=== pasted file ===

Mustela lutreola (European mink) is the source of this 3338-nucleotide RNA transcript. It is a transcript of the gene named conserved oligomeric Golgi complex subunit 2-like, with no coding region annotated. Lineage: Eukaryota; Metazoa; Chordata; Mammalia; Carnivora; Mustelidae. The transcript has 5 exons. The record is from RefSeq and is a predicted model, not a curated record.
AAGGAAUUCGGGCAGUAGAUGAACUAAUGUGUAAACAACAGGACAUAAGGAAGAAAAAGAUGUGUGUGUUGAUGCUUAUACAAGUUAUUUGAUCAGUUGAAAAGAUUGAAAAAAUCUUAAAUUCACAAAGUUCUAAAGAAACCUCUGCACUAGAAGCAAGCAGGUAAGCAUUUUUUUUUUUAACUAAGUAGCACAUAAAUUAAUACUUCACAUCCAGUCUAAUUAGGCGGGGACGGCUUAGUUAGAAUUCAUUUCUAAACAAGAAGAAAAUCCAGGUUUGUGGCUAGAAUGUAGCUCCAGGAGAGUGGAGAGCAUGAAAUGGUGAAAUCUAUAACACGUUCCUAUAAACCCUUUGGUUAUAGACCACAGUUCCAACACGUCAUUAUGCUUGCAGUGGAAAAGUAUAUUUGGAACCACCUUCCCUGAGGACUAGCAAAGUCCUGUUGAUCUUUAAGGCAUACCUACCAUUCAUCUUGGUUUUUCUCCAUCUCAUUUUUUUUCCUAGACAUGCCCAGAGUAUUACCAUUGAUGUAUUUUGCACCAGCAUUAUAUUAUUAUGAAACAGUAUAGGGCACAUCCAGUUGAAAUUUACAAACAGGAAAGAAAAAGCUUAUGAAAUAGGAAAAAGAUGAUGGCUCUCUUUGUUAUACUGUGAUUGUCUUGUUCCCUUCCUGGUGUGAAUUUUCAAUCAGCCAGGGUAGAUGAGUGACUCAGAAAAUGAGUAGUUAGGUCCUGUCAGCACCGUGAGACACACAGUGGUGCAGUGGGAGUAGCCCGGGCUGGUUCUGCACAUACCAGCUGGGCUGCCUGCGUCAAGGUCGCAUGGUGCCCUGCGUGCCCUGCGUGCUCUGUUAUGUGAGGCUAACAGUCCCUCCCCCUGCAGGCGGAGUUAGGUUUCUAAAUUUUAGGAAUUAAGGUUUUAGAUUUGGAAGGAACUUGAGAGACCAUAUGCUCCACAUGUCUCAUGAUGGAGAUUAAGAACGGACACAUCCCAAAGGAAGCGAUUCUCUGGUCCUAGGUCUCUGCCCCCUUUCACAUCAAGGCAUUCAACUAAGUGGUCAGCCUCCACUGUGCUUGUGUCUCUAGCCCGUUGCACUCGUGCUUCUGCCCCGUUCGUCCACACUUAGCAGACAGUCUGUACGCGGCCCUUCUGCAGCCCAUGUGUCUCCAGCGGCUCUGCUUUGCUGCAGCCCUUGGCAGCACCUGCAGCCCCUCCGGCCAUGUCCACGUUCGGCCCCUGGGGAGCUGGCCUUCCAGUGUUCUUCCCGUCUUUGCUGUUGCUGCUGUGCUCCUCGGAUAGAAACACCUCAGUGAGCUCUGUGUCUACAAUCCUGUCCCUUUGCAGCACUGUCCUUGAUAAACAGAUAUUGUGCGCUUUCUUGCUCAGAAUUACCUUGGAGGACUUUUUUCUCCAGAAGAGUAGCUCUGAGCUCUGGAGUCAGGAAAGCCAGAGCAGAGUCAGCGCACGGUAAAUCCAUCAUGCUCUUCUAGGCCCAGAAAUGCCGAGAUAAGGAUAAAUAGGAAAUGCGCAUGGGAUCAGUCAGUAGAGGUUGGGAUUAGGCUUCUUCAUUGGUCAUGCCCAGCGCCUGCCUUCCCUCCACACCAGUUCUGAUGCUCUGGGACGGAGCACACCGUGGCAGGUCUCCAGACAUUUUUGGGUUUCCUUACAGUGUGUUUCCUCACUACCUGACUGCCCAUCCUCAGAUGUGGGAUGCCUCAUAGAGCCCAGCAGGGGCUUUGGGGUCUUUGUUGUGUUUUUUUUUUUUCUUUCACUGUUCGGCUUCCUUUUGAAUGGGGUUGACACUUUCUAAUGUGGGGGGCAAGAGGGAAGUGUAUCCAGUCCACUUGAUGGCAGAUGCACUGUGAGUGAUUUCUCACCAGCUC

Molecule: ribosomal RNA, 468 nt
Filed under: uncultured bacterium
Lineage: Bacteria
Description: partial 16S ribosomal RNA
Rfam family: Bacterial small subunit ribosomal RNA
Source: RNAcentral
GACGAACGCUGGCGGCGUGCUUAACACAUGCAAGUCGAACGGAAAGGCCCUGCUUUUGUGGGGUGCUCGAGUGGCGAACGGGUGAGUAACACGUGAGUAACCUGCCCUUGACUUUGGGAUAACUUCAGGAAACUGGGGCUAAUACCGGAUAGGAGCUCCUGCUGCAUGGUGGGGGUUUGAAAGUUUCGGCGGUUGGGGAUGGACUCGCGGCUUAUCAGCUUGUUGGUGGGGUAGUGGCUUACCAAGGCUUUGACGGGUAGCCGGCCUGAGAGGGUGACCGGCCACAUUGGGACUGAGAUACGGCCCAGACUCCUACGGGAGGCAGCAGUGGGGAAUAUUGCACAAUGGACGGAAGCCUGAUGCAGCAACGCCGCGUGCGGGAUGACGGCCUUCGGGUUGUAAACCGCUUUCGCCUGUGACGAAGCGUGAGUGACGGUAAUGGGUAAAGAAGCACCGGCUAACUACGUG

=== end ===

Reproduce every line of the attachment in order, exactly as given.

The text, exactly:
Mustela lutreola (European mink) is the source of this 3338-nucleotide RNA transcript. It is a transcript of the gene named conserved oligomeric Golgi complex subunit 2-like, with no coding region annotated. Lineage: Eukaryota; Metazoa; Chordata; Mammalia; Carnivora; Mustelidae. The transcript has 5 exons. The record is from RefSeq and is a predicted model, not a curated record.
AAGGAAUUCGGGCAGUAGAUGAACUAAUGUGUAAACAACAGGACAUAAGGAAGAAAAAGAUGUGUGUGUUGAUGCUUAUACAAGUUAUUUGAUCAGUUGAAAAGAUUGAAAAAAUCUUAAAUUCACAAAGUUCUAAAGAAACCUCUGCACUAGAAGCAAGCAGGUAAGCAUUUUUUUUUUUAACUAAGUAGCACAUAAAUUAAUACUUCACAUCCAGUCUAAUUAGGCGGGGACGGCUUAGUUAGAAUUCAUUUCUAAACAAGAAGAAAAUCCAGGUUUGUGGCUAGAAUGUAGCUCCAGGAGAGUGGAGAGCAUGAAAUGGUGAAAUCUAUAACACGUUCCUAUAAACCCUUUGGUUAUAGACCACAGUUCCAACACGUCAUUAUGCUUGCAGUGGAAAAGUAUAUUUGGAACCACCUUCCCUGAGGACUAGCAAAGUCCUGUUGAUCUUUAAGGCAUACCUACCAUUCAUCUUGGUUUUUCUCCAUCUCAUUUUUUUUCCUAGACAUGCCCAGAGUAUUACCAUUGAUGUAUUUUGCACCAGCAUUAUAUUAUUAUGAAACAGUAUAGGGCACAUCCAGUUGAAAUUUACAAACAGGAAAGAAAAAGCUUAUGAAAUAGGAAAAAGAUGAUGGCUCUCUUUGUUAUACUGUGAUUGUCUUGUUCCCUUCCUGGUGUGAAUUUUCAAUCAGCCAGGGUAGAUGAGUGACUCAGAAAAUGAGUAGUUAGGUCCUGUCAGCACCGUGAGACACACAGUGGUGCAGUGGGAGUAGCCCGGGCUGGUUCUGCACAUACCAGCUGGGCUGCCUGCGUCAAGGUCGCAUGGUGCCCUGCGUGCCCUGCGUGCUCUGUUAUGUGAGGCUAACAGUCCCUCCCCCUGCAGGCGGAGUUAGGUUUCUAAAUUUUAGGAAUUAAGGUUUUAGAUUUGGAAGGAACUUGAGAGACCAUAUGCUCCACAUGUCUCAUGAUGGAGAUUAAGAACGGACACAUCCCAAAGGAAGCGAUUCUCUGGUCCUAGGUCUCUGCCCCCUUUCACAUCAAGGCAUUCAACUAAGUGGUCAGCCUCCACUGUGCUUGUGUCUCUAGCCCGUUGCACUCGUGCUUCUGCCCCGUUCGUCCACACUUAGCAGACAGUCUGUACGCGGCCCUUCUGCAGCCCAUGUGUCUCCAGCGGCUCUGCUUUGCUGCAGCCCUUGGCAGCACCUGCAGCCCCUCCGGCCAUGUCCACGUUCGGCCCCUGGGGAGCUGGCCUUCCAGUGUUCUUCCCGUCUUUGCUGUUGCUGCUGUGCUCCUCGGAUAGAAACACCUCAGUGAGCUCUGUGUCUACAAUCCUGUCCCUUUGCAGCACUGUCCUUGAUAAACAGAUAUUGUGCGCUUUCUUGCUCAGAAUUACCUUGGAGGACUUUUUUCUCCAGAAGAGUAGCUCUGAGCUCUGGAGUCAGGAAAGCCAGAGCAGAGUCAGCGCACGGUAAAUCCAUCAUGCUCUUCUAGGCCCAGAAAUGCCGAGAUAAGGAUAAAUAGGAAAUGCGCAUGGGAUCAGUCAGUAGAGGUUGGGAUUAGGCUUCUUCAUUGGUCAUGCCCAGCGCCUGCCUUCCCUCCACACCAGUUCUGAUGCUCUGGGACGGAGCACACCGUGGCAGGUCUCCAGACAUUUUUGGGUUUCCUUACAGUGUGUUUCCUCACUACCUGACUGCCCAUCCUCAGAUGUGGGAUGCCUCAUAGAGCCCAGCAGGGGCUUUGGGGUCUUUGUUGUGUUUUUUUUUUUUCUUUCACUGUUCGGCUUCCUUUUGAAUGGGGUUGACACUUUCUAAUGUGGGGGGCAAGAGGGAAGUGUAUCCAGUCCACUUGAUGGCAGAUGCACUGUGAGUGAUUUCUCACCAGCUC

Molecule: ribosomal RNA, 468 nt
Filed under: uncultured bacterium
Lineage: Bacteria
Description: partial 16S ribosomal RNA
Rfam family: Bacterial small subunit ribosomal RNA
Source: RNAcentral
GACGAACGCUGGCGGCGUGCUUAACACAUGCAAGUCGAACGGAAAGGCCCUGCUUUUGUGGGGUGCUCGAGUGGCGAACGGGUGAGUAACACGUGAGUAACCUGCCCUUGACUUUGGGAUAACUUCAGGAAACUGGGGCUAAUACCGGAUAGGAGCUCCUGCUGCAUGGUGGGGGUUUGAAAGUUUCGGCGGUUGGGGAUGGACUCGCGGCUUAUCAGCUUGUUGGUGGGGUAGUGGCUUACCAAGGCUUUGACGGGUAGCCGGCCUGAGAGGGUGACCGGCCACAUUGGGACUGAGAUACGGCCCAGACUCCUACGGGAGGCAGCAGUGGGGAAUAUUGCACAAUGGACGGAAGCCUGAUGCAGCAACGCCGCGUGCGGGAUGACGGCCUUCGGGUUGUAAACCGCUUUCGCCUGUGACGAAGCGUGAGUGACGGUAAUGGGUAAAGAAGCACCGGCUAACUACGUG